16 July 2014
On the afternoon of 15 July, Typhoon Glenda, the strongest storm to hit the Philippines this year, swept through the country. It was expected and having planned for the worst, those in its path prayed for the best.
More than 450,000 people have been affected as fierce winds and unrelenting rains toppled trees and knocked out power supplies.
A series of landslides across the region have made many roads impassable.
History repeating? This photo from two years ago shows heavy monsoon rains battering the Philippines, causing widespread flooding, flash floods and landslides.
Waist deep flood waters
As rivers burst their banks, and people battled waist deep flood waters to evacuate, communities remained on high alert for probable storm surges and flash flooding.
More than 370,000 have been forced from their homes, many seeking refuge in evacuation centres where they’re receiving vital food, water and medical attention.
Metro Manila is currently at a standstill and the president has declared a suspension to all school and government activities.
Christian Aid is ready to respond
Ted Bonpin Christian Aid’s Emergency Manager said: 'At the moment, things have ground to a halt. The power is out. Making contact with family, friends, Christian Aid partners and the communities they serve is extremely difficult.’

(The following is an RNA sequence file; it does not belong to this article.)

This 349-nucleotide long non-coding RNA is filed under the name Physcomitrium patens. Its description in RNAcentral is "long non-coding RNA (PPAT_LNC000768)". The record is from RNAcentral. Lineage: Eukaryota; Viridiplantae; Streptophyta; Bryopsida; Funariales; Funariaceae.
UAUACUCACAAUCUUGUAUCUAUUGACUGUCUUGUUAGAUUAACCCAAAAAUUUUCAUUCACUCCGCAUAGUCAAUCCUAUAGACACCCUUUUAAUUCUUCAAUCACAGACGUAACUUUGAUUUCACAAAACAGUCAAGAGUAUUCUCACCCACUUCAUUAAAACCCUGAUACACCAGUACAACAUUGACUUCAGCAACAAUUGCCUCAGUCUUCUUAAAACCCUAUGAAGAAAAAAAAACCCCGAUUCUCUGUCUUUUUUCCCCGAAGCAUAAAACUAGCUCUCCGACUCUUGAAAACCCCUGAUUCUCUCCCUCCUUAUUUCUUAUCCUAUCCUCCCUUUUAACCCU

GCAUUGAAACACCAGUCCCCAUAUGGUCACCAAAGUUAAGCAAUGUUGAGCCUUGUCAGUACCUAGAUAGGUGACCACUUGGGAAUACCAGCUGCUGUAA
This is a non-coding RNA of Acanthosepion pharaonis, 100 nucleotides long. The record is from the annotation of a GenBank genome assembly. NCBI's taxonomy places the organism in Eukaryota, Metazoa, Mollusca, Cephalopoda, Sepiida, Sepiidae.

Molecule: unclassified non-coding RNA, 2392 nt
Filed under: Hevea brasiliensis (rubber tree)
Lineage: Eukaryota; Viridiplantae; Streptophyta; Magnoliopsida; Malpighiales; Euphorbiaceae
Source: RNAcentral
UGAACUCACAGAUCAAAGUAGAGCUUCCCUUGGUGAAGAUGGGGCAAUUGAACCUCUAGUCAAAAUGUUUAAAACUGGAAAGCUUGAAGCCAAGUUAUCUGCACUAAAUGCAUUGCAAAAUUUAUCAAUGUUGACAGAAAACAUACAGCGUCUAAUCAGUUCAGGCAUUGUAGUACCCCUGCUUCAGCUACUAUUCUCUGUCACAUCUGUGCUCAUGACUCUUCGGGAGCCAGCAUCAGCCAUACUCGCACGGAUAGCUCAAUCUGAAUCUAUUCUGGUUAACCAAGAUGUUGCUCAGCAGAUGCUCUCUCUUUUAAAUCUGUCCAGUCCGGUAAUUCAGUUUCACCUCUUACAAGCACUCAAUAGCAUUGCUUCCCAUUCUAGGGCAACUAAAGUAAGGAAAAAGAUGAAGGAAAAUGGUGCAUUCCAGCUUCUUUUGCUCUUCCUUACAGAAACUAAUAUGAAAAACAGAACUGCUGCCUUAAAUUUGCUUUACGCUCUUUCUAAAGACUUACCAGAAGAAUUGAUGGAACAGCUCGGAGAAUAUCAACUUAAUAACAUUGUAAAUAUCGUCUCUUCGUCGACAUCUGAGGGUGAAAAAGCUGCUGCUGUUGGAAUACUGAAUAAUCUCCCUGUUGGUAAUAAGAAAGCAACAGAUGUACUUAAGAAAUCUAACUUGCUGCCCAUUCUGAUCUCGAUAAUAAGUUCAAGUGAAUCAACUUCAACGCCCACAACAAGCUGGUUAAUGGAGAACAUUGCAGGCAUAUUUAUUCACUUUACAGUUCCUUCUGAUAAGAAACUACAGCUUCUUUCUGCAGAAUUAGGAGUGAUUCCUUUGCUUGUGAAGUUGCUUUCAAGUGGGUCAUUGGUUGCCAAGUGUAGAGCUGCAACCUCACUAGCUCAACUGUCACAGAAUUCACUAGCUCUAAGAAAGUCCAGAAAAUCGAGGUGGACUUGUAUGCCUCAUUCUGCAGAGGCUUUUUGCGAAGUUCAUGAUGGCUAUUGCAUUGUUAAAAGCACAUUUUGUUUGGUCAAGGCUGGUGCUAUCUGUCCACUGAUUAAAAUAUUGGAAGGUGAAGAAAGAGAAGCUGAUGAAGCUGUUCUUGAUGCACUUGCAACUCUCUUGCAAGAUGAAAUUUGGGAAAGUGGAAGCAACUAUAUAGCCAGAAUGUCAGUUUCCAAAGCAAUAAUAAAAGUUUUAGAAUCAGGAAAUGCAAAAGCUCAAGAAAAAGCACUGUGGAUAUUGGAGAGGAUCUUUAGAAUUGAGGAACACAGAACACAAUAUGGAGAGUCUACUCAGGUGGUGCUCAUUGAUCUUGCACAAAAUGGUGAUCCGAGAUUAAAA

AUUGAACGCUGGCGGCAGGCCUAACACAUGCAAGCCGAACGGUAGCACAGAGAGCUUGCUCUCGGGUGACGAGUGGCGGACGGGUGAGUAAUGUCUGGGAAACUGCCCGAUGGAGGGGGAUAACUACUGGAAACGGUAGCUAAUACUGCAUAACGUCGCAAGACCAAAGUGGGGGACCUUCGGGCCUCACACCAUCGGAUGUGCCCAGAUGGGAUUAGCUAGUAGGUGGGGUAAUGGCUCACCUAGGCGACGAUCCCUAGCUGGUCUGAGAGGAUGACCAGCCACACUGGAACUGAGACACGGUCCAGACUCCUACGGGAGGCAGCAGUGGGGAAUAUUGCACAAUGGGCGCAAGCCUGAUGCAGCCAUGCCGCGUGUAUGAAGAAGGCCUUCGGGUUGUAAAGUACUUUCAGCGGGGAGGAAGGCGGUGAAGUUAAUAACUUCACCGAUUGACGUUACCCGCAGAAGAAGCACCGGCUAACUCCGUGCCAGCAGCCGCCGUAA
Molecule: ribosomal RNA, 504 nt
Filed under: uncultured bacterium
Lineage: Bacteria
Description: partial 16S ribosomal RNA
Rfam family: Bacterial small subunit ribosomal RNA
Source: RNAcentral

‘ Things have ground to a halt. The power is out. Making contact with family (and) friends... extremely difficult.'
‘However, our partner Coastal Core has already dispatched a rapid assessment team to affected communities and all our partners are experienced in dealing with situations such as this.
‘We’re ready to respond.’
Fear and worry
Extreme and dangerous weather like this is the norm for people in the Philippines, yet the fear and worry of what it brings never goes away.
More than 20 typhoons a year batter the Philippines. So while the struggle for the poorest households, to feed, clothe, house and care for themselves and their families persists, extreme weather like this simply compounds the poverty and powerlessness they face.
Many communities are still coming to terms with the devastation wrought by Typhoon Haiyan in November.
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Philippines floods, August 2012
Philippines Typhoon Appeal: rebuilding lives and livelihoods
In the wake of Typhoon Haiyan we were there, in the hardest hit parts of the Philippines, delivering vital relief to thousands of families caught in the path of the storm.
About Big River Rising
Find out more about the inspiring story of mother-of-five Belen de Guzman, as she nervously monitors the rising water as it threatens Banaba, the settlement community where she lives.
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